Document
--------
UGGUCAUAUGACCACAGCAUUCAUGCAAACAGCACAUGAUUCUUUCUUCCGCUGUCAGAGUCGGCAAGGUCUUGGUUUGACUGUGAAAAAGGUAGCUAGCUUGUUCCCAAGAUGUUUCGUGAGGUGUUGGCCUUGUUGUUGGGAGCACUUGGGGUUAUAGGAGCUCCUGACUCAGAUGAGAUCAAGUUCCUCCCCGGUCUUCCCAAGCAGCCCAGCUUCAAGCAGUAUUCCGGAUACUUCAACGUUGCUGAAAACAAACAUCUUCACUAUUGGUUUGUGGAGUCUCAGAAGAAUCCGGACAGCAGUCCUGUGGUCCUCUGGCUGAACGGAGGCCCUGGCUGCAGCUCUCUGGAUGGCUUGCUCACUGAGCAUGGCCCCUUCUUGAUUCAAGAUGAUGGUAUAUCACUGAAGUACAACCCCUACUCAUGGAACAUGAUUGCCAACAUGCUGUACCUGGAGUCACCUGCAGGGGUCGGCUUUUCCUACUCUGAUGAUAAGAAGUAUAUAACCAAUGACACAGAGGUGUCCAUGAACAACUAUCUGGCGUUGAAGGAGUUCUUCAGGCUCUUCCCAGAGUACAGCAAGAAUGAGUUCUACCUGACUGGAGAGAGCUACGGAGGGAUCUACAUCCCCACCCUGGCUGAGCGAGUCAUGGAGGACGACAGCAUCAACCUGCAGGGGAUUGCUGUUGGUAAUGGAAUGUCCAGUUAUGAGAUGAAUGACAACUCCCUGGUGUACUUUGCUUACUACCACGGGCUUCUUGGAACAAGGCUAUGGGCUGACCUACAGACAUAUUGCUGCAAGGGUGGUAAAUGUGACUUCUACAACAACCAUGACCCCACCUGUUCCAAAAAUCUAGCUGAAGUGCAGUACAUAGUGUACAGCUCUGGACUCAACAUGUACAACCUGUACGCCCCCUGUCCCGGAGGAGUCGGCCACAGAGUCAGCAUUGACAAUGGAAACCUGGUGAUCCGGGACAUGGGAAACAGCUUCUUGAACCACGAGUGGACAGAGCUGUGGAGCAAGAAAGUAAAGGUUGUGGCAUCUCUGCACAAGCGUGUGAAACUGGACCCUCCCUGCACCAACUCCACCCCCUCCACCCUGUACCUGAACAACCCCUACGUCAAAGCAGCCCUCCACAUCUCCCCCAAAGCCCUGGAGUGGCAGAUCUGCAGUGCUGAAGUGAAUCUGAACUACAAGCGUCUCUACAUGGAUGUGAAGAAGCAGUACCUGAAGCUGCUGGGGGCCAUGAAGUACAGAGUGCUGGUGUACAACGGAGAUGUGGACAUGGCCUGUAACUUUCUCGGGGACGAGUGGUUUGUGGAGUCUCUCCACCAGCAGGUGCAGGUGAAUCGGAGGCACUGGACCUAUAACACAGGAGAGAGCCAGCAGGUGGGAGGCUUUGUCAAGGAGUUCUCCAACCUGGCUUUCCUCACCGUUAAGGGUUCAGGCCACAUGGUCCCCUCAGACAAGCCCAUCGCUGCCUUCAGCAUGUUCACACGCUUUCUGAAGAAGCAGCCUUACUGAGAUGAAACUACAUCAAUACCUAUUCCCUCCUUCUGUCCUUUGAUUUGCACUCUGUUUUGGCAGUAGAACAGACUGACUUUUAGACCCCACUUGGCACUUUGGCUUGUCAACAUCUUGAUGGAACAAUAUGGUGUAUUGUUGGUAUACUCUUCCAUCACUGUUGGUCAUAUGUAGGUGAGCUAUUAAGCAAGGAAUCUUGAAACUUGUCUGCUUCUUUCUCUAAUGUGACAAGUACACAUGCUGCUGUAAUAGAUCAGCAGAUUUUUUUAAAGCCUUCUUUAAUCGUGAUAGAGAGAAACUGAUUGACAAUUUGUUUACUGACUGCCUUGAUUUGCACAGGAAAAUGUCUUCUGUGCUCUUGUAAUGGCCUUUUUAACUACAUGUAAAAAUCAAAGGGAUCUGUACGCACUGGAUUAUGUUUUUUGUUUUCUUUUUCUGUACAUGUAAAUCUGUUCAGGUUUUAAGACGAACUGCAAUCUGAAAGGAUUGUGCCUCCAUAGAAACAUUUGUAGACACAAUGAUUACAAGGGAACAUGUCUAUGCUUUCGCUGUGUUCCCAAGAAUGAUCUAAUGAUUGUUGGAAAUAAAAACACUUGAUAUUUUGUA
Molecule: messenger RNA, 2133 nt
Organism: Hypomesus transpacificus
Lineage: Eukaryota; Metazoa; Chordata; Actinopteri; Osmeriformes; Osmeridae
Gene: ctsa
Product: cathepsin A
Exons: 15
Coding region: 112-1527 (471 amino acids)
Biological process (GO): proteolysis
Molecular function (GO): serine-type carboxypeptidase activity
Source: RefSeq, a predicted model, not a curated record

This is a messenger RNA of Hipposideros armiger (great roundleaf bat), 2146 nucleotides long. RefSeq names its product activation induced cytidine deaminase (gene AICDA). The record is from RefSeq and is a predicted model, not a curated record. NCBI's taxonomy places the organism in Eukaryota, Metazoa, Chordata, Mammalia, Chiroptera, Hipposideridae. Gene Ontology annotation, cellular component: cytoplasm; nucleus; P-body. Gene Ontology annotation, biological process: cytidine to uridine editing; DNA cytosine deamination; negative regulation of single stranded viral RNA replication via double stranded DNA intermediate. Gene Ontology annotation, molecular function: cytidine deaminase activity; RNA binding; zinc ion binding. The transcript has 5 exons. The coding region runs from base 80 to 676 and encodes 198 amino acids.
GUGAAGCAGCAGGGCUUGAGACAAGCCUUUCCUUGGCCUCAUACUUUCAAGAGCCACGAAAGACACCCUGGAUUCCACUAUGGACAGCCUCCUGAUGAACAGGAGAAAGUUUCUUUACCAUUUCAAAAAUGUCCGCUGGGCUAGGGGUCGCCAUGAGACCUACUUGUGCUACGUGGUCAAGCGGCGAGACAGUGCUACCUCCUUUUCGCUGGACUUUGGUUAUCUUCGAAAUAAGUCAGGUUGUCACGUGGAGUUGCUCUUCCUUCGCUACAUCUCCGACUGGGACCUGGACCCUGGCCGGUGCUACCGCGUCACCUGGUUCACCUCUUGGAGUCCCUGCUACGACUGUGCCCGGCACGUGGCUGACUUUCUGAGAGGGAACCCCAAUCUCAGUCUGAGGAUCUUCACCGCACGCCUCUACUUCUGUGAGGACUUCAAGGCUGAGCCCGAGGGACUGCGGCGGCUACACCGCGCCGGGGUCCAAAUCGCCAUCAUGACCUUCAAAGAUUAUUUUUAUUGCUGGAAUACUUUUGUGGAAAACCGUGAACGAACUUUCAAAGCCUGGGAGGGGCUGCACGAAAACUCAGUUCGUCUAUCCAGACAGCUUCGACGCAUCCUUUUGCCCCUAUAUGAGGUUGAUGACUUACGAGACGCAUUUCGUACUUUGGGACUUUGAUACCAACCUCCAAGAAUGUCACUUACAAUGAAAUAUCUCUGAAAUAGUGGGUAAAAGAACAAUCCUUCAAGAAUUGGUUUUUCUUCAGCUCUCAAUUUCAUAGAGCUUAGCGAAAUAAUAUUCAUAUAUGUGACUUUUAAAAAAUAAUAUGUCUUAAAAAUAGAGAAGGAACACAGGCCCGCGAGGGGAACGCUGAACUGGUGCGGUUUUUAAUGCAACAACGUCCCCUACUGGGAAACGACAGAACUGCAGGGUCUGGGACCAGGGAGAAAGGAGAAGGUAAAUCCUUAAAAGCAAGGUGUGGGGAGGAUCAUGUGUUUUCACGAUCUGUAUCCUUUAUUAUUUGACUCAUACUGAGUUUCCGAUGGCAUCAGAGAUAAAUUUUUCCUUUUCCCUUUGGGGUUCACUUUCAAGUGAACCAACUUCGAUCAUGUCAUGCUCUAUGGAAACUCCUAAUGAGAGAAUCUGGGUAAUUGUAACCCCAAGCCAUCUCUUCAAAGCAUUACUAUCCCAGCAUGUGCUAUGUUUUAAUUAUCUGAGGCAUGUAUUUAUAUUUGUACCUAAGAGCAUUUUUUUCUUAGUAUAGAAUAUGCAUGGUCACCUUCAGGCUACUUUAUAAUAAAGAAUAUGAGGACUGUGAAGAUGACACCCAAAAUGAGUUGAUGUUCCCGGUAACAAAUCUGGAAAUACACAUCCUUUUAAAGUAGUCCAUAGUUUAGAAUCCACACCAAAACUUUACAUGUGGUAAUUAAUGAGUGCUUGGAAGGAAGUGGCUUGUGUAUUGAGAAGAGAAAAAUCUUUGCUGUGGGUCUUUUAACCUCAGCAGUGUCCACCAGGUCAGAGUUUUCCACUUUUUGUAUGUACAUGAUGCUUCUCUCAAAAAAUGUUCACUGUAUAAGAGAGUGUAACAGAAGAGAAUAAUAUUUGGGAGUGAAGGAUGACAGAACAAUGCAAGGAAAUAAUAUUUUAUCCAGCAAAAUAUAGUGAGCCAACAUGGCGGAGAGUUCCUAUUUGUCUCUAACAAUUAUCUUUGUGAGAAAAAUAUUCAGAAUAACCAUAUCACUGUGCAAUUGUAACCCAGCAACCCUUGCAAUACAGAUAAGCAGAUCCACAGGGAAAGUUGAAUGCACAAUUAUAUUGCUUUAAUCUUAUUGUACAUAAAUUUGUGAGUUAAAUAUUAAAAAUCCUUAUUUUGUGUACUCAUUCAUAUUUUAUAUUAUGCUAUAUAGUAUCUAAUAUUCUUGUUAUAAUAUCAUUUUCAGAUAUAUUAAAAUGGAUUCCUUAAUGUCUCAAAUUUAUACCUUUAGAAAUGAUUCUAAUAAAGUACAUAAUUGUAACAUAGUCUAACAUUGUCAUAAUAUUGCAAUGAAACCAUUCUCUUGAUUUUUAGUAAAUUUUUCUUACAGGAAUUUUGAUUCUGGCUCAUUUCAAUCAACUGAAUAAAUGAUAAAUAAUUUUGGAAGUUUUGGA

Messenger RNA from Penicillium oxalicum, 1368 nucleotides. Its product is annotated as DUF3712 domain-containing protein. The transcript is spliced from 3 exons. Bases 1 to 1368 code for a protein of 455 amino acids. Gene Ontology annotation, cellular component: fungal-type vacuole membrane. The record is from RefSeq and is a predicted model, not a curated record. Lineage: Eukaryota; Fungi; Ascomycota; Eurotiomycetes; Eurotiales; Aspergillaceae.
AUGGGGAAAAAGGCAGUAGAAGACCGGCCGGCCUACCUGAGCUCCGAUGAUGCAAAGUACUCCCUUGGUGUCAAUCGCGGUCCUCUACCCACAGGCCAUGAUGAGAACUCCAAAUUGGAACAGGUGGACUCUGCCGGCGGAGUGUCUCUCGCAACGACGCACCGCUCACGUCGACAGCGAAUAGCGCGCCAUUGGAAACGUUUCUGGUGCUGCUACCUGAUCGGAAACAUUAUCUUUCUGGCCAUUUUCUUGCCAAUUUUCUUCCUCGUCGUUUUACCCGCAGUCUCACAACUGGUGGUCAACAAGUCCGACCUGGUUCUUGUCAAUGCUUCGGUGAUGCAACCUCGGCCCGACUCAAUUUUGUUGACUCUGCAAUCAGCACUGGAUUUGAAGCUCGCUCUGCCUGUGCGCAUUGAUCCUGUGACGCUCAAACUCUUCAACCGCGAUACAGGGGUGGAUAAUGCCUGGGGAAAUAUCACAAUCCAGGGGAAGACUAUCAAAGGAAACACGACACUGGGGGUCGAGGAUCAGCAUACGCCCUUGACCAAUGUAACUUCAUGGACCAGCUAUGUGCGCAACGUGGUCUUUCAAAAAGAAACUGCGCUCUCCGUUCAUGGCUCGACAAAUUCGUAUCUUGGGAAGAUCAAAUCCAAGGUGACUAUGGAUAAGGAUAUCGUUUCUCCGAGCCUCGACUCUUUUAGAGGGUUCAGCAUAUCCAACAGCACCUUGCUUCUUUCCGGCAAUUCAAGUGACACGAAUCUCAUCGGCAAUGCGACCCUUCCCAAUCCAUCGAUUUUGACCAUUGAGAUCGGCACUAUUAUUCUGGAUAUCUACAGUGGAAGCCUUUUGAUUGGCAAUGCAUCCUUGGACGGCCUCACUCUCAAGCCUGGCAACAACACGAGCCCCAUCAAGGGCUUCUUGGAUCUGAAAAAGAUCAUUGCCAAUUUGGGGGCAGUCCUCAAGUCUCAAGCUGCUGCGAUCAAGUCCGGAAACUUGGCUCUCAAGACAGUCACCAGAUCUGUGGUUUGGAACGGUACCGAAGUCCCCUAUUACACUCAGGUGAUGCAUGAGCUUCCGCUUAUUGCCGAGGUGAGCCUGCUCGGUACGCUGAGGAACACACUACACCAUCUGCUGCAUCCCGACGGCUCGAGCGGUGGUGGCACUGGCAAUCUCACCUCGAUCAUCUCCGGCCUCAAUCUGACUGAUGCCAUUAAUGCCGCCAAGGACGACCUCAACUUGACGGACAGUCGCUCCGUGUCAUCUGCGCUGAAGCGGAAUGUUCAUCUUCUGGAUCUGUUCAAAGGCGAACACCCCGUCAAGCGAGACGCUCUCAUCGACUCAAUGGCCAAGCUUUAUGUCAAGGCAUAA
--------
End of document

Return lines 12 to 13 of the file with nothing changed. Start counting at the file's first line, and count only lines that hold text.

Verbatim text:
This is a messenger RNA of Hipposideros armiger (great roundleaf bat), 2146 nucleotides long. RefSeq names its product activation induced cytidine deaminase (gene AICDA). The record is from RefSeq and is a predicted model, not a curated record. NCBI's taxonomy places the organism in Eukaryota, Metazoa, Chordata, Mammalia, Chiroptera, Hipposideridae. Gene Ontology annotation, cellular component: cytoplasm; nucleus; P-body. Gene Ontology annotation, biological process: cytidine to uridine editing; DNA cytosine deamination; negative regulation of single stranded viral RNA replication via double stranded DNA intermediate. Gene Ontology annotation, molecular function: cytidine deaminase activity; RNA binding; zinc ion binding. The transcript has 5 exons. The coding region runs from base 80 to 676 and encodes 198 amino acids.
GUGAAGCAGCAGGGCUUGAGACAAGCCUUUCCUUGGCCUCAUACUUUCAAGAGCCACGAAAGACACCCUGGAUUCCACUAUGGACAGCCUCCUGAUGAACAGGAGAAAGUUUCUUUACCAUUUCAAAAAUGUCCGCUGGGCUAGGGGUCGCCAUGAGACCUACUUGUGCUACGUGGUCAAGCGGCGAGACAGUGCUACCUCCUUUUCGCUGGACUUUGGUUAUCUUCGAAAUAAGUCAGGUUGUCACGUGGAGUUGCUCUUCCUUCGCUACAUCUCCGACUGGGACCUGGACCCUGGCCGGUGCUACCGCGUCACCUGGUUCACCUCUUGGAGUCCCUGCUACGACUGUGCCCGGCACGUGGCUGACUUUCUGAGAGGGAACCCCAAUCUCAGUCUGAGGAUCUUCACCGCACGCCUCUACUUCUGUGAGGACUUCAAGGCUGAGCCCGAGGGACUGCGGCGGCUACACCGCGCCGGGGUCCAAAUCGCCAUCAUGACCUUCAAAGAUUAUUUUUAUUGCUGGAAUACUUUUGUGGAAAACCGUGAACGAACUUUCAAAGCCUGGGAGGGGCUGCACGAAAACUCAGUUCGUCUAUCCAGACAGCUUCGACGCAUCCUUUUGCCCCUAUAUGAGGUUGAUGACUUACGAGACGCAUUUCGUACUUUGGGACUUUGAUACCAACCUCCAAGAAUGUCACUUACAAUGAAAUAUCUCUGAAAUAGUGGGUAAAAGAACAAUCCUUCAAGAAUUGGUUUUUCUUCAGCUCUCAAUUUCAUAGAGCUUAGCGAAAUAAUAUUCAUAUAUGUGACUUUUAAAAAAUAAUAUGUCUUAAAAAUAGAGAAGGAACACAGGCCCGCGAGGGGAACGCUGAACUGGUGCGGUUUUUAAUGCAACAACGUCCCCUACUGGGAAACGACAGAACUGCAGGGUCUGGGACCAGGGAGAAAGGAGAAGGUAAAUCCUUAAAAGCAAGGUGUGGGGAGGAUCAUGUGUUUUCACGAUCUGUAUCCUUUAUUAUUUGACUCAUACUGAGUUUCCGAUGGCAUCAGAGAUAAAUUUUUCCUUUUCCCUUUGGGGUUCACUUUCAAGUGAACCAACUUCGAUCAUGUCAUGCUCUAUGGAAACUCCUAAUGAGAGAAUCUGGGUAAUUGUAACCCCAAGCCAUCUCUUCAAAGCAUUACUAUCCCAGCAUGUGCUAUGUUUUAAUUAUCUGAGGCAUGUAUUUAUAUUUGUACCUAAGAGCAUUUUUUUCUUAGUAUAGAAUAUGCAUGGUCACCUUCAGGCUACUUUAUAAUAAAGAAUAUGAGGACUGUGAAGAUGACACCCAAAAUGAGUUGAUGUUCCCGGUAACAAAUCUGGAAAUACACAUCCUUUUAAAGUAGUCCAUAGUUUAGAAUCCACACCAAAACUUUACAUGUGGUAAUUAAUGAGUGCUUGGAAGGAAGUGGCUUGUGUAUUGAGAAGAGAAAAAUCUUUGCUGUGGGUCUUUUAACCUCAGCAGUGUCCACCAGGUCAGAGUUUUCCACUUUUUGUAUGUACAUGAUGCUUCUCUCAAAAAAUGUUCACUGUAUAAGAGAGUGUAACAGAAGAGAAUAAUAUUUGGGAGUGAAGGAUGACAGAACAAUGCAAGGAAAUAAUAUUUUAUCCAGCAAAAUAUAGUGAGCCAACAUGGCGGAGAGUUCCUAUUUGUCUCUAACAAUUAUCUUUGUGAGAAAAAUAUUCAGAAUAACCAUAUCACUGUGCAAUUGUAACCCAGCAACCCUUGCAAUACAGAUAAGCAGAUCCACAGGGAAAGUUGAAUGCACAAUUAUAUUGCUUUAAUCUUAUUGUACAUAAAUUUGUGAGUUAAAUAUUAAAAAUCCUUAUUUUGUGUACUCAUUCAUAUUUUAUAUUAUGCUAUAUAGUAUCUAAUAUUCUUGUUAUAAUAUCAUUUUCAGAUAUAUUAAAAUGGAUUCCUUAAUGUCUCAAAUUUAUACCUUUAGAAAUGAUUCUAAUAAAGUACAUAAUUGUAACAUAGUCUAACAUUGUCAUAAUAUUGCAAUGAAACCAUUCUCUUGAUUUUUAGUAAAUUUUUCUUACAGGAAUUUUGAUUCUGGCUCAUUUCAAUCAACUGAAUAAAUGAUAAAUAAUUUUGGAAGUUUUGGA